Exynos 4210 uses ARM Mali-400 graphics for console like performance in your pocket, it can playback 1080p@60fps or 1080p@30fps@3D, more awesome stuff like that.

Here’s the press release:

SEOUL–(Korea Newswire) February 11, 2011 — Samsung Electronics Co., Ltd., a world leader in advanced semiconductor solutions, today announced a new brand name for its application processor family. Exynos will be applied to Samsung’s application processors, which are designed to power mobile devices such as smartphones and tablets.

“Application processors for the mobile market are one of the flagship products in our semiconductor business,” said Seh-Woong Jeong, executive vice president of marketing, System LSI Division, Samsung Electronics. “We are excited to introduce the brand name of Exynos for Samsung’s application processor family. As consumers demand more from their mobile products, Samsung’s Exynos chips will be the power inside enabling the coolest HD multi-media features with even longer battery life.”

Exynos associates Samsung’s “smart and green” strategy adopted by its semiconductor devices and solutions developed specifically to support the stringent performance and power requirements of mobile devices. Smart refers to high-performance aspect and Green represents low power features of Samsung’s application processors. Exynos originates from the Greek words smart (exypnos) and green (prasinos).

The new naming system will be first applied to the dual core processor codenamed Orion, which was announced in September 2010. Carrying the name Exynos 4210, Samsung’s powerful 1GHz dual-core application processor is scheduled for production next month.

Google TV seeks FCC regulation to start a WebTV revolution

Posted by – February 10, 2011

Google may or may not soon be allowed to add Hulu Plus to its Google TV boxes, which may provide the Google TV boxes access to most of the TV shows and other content that currently is being blocked on Google TV by US TV Networks such as Fox, CBS, ABC, NBC and Viacom. Why would they want to block Google TV? Cause it’s the trojan horse that disrupts TV from within, once consumers are only one click away from any YouTube video, only one click away from all VOD, legal or illegal, once this is easy to use and available for all in a sub-$100 cheap ARM Powered Google TV box, this is when those 5-hours per day people watch TV start spending more and more of that time watching content that is not owned or controlled by these networks.

At the same time, something awesome is going on with Google and Sony vs Cable Networks and the Movie industry at the FCC. Arstechnica published this awesome article explaining how Google and Sony are supporting an FCC regulation called the AllVid system.

The trade association is trying to set limits on how easy it will be for devices like Google TV to access pay TV content and reassemble it into something that will reconfigure both television and the Internet.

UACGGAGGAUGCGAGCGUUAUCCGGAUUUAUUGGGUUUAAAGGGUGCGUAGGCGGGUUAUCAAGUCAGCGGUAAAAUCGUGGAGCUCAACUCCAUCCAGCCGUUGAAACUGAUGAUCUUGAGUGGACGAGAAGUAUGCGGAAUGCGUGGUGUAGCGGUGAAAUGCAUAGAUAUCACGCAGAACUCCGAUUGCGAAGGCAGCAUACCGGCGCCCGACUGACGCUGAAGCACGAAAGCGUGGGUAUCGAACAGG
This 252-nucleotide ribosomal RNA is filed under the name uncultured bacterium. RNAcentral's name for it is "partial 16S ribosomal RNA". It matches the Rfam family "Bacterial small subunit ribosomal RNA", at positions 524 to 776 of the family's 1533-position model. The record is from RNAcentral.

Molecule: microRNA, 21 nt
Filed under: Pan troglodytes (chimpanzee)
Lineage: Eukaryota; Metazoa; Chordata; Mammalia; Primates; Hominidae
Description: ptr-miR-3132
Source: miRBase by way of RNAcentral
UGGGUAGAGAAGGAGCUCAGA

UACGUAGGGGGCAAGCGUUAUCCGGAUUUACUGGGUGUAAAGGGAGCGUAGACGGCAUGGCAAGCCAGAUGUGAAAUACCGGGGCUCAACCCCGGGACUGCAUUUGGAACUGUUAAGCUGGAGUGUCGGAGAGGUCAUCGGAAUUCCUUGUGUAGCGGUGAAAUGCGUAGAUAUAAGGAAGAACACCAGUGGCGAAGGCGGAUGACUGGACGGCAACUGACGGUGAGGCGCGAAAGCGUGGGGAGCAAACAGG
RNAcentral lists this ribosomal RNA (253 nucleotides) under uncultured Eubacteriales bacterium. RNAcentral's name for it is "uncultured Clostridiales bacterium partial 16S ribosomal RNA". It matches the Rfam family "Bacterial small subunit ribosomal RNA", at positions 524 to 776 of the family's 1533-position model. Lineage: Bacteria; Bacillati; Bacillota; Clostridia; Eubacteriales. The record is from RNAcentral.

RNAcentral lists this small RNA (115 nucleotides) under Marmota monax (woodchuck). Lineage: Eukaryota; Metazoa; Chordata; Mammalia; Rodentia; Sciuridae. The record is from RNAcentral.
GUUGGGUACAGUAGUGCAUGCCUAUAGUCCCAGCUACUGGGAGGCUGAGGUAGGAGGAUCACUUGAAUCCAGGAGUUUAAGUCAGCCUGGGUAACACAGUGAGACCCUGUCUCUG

That’s at the heart of the FCC’s proposal for an AllVid system, which Google very loudly supports. AllVid doesn’t exist yet, but the idea is to mandate an industry-wide gadget that you could plug into your broadband router and connect to your cable TV provider, then watch online video and pay channels through a variety of AllVid-friendly devices. Not surprisingly, Google and Sony love this idea, because it could transform the Google TV from just a neat product into a revolution.

Big cable hates the proposal, because that revolution could leave multi-video program distributors (MVPDs), if not in the dust, at least working in a far more competitive video environment.

Basically, what this could mean, is that content would be separated from technology. Content owners won’t be able to make exclusive streaming partnerships with one set-top-box maker and not be available on the other. What this means, is that Hulu and Netflix must be available on all devices and that there will be a standard user interface to access all those on-demand and streaming contents.

This probably also means that all of those TV Networks in the USA who are streaming their TV shows for free using ads from their websites, would have to provide all that content to all devices through standardized user interfaces. None of these content providers can choose to block any device from accessing any content, and the advertising and pay-per-view models will thus be standardized.

Big cable insists that the metadata used to create on-screen program guides is copyrighted. The Motion Picture Association of America protests that the AllVid idea would put studio content painfully close to sites like The Pirate Bay.